• Darrow Woods

When freedom's just another word — for anarchy

What rights are being protected when protesters desecrate property, threaten fellow citizens and hold a city hostage?
A protester carries a Confederate flag at the 'Freedom Convoy' blockade in Ottawa. TWITTER

What is “freedom?” We’re each free to think of it as we choose, but if people are willing to occupy the streets around Parliament Hill, or limit access to one of the continent’s busiest border crossings, I hope they’re clear about what they seek and how they pursue it. The “how” matters.

I have a story to tell that isn’t from a major news outlet, so it’s not tainted by the agenda of corporations or governments. A member of the church where I serve as pastor told me what happened this week to her grandson, who attends high school across the street from a hospital in a city in another part of Ontario.

An anti-vaccine, anti-mask, anti-mandates protester ventured across the road to accost students as they entered their school. He told them they shouldn’t listen to their parents and said they were sheep for wearing masks. He stepped very close to the young man and ripped the mask off his face.

I have the old-fashioned idea that there are limits to my personal freedom. The freedom to swing my fist, for example, extends only to the point just before it impacts someone’s face, or they fear it might and feel threatened. I no more have the freedom to punch someone than a protester had to assault a Grade 10 student who was just trying to go to school.

Members of the trucker convoy have the freedom to display Confederate flags, Nazi swastikas and hateful slogans about people who are not white nor Christian. When they do, they are telling us a lot about themselves and the fellow travellers who condone their choices.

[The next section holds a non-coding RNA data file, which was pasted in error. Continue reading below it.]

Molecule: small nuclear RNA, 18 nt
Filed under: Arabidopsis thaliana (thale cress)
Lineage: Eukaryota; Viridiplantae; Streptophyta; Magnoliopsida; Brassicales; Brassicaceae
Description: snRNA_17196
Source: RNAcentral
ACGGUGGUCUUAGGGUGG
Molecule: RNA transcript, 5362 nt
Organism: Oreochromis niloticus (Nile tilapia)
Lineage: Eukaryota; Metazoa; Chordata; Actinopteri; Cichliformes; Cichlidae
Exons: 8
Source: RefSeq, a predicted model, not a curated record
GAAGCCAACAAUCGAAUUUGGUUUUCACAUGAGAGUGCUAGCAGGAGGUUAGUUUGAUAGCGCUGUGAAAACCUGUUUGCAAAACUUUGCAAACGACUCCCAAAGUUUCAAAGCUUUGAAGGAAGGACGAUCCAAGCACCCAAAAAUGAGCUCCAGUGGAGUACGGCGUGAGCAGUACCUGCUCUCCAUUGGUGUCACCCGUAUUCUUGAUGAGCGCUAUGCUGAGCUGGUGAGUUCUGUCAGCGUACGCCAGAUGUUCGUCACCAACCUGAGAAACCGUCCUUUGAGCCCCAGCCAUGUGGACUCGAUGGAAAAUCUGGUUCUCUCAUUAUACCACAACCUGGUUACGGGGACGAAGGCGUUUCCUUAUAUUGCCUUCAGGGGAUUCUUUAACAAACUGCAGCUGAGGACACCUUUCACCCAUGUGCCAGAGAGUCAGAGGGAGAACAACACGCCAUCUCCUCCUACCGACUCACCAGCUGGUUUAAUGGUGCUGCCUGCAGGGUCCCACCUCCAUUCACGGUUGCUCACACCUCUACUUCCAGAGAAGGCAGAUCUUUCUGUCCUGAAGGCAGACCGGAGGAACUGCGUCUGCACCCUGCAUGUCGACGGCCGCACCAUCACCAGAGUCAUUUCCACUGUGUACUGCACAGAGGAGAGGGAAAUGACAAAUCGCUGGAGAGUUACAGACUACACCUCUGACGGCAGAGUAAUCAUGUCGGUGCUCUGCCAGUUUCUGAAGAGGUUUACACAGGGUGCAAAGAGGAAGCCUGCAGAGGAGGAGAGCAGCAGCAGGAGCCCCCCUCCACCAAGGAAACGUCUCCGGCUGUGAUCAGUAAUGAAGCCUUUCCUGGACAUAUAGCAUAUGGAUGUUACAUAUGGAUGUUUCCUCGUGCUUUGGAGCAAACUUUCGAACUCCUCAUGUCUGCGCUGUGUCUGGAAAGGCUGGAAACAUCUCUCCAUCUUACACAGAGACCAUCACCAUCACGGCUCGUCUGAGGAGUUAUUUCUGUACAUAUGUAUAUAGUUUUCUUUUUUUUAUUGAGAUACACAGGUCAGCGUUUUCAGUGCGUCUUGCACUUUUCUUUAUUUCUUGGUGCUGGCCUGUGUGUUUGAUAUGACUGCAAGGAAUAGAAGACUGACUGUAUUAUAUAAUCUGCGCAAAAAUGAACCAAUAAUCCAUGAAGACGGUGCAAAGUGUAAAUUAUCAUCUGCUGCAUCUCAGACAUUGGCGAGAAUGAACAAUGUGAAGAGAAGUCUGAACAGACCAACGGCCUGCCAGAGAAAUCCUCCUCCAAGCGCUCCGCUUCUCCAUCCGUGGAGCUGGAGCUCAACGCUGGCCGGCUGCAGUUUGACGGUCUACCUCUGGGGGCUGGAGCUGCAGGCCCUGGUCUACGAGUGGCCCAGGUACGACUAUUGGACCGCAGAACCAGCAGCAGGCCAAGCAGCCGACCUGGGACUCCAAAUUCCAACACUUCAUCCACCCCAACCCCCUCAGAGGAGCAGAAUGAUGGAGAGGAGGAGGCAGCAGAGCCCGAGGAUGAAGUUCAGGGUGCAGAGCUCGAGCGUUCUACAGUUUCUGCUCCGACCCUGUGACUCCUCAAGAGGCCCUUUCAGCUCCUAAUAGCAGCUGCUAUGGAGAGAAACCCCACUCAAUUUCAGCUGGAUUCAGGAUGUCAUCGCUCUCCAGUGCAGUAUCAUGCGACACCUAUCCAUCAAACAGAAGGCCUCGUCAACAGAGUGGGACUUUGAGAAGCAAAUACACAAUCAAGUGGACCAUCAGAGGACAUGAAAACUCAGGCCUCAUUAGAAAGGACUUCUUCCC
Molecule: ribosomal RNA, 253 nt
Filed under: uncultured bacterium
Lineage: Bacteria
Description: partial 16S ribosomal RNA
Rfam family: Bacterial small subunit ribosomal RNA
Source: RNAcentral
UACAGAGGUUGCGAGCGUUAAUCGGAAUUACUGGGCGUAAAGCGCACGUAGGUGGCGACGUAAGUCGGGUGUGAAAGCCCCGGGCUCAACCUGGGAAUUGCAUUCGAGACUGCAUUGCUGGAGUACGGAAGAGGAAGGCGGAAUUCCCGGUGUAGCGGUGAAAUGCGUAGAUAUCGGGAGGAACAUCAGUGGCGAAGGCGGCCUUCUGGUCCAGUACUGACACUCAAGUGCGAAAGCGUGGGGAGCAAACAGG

We are in the midst of Black History Month, which is an excellent opportunity to celebrate those who have struggled to be free from actual enslavement.

Other members of the Ottawa occupation have exercised their freedom to defecate on the front lawns of ordinary people. Some kept children awake all night with blaring truck horns. Others have accosted people of colour on the street, asking where they were from and rudely suggesting they go back there.

We have the freedom to see those choices for what they are and to interpret the kind of freedom they represent.

We are in the midst of Black History Month, which is an excellent opportunity to celebrate those who have struggled to be free from actual enslavement, to live where they wished, to work for their own gain, to vote, to be treated with due respect. Black people continue to struggle for things I take for granted, simply because of my skin tone — something about which none of us have a choice.

In my mid-20s I lived and worked in rural Georgia alongside people who knew and worked with the Rev. Dr. Martin Luther King Jr. in the civil rights movement. Before they participated in marches or other protests, they were trained in non-violence. Not everyone who volunteered was invited along. They had to be ready.

Dr. King was inspired by Gandhi, who referred to his form of non-violence as satyagraha, meaning “truth-force” or “love-force.” It means a person should seek truth, love and freedom while refusing, through non-violent resistance, to participate in something they believe is wrong.

It takes maturity, spiritual depth and the support of kind-hearted, like-minded people to work toward freedom without resorting to tactics that threaten or cause harm to others.


Darrow Woods is the pastor at Harrow United Church. He lives in Kingsville.

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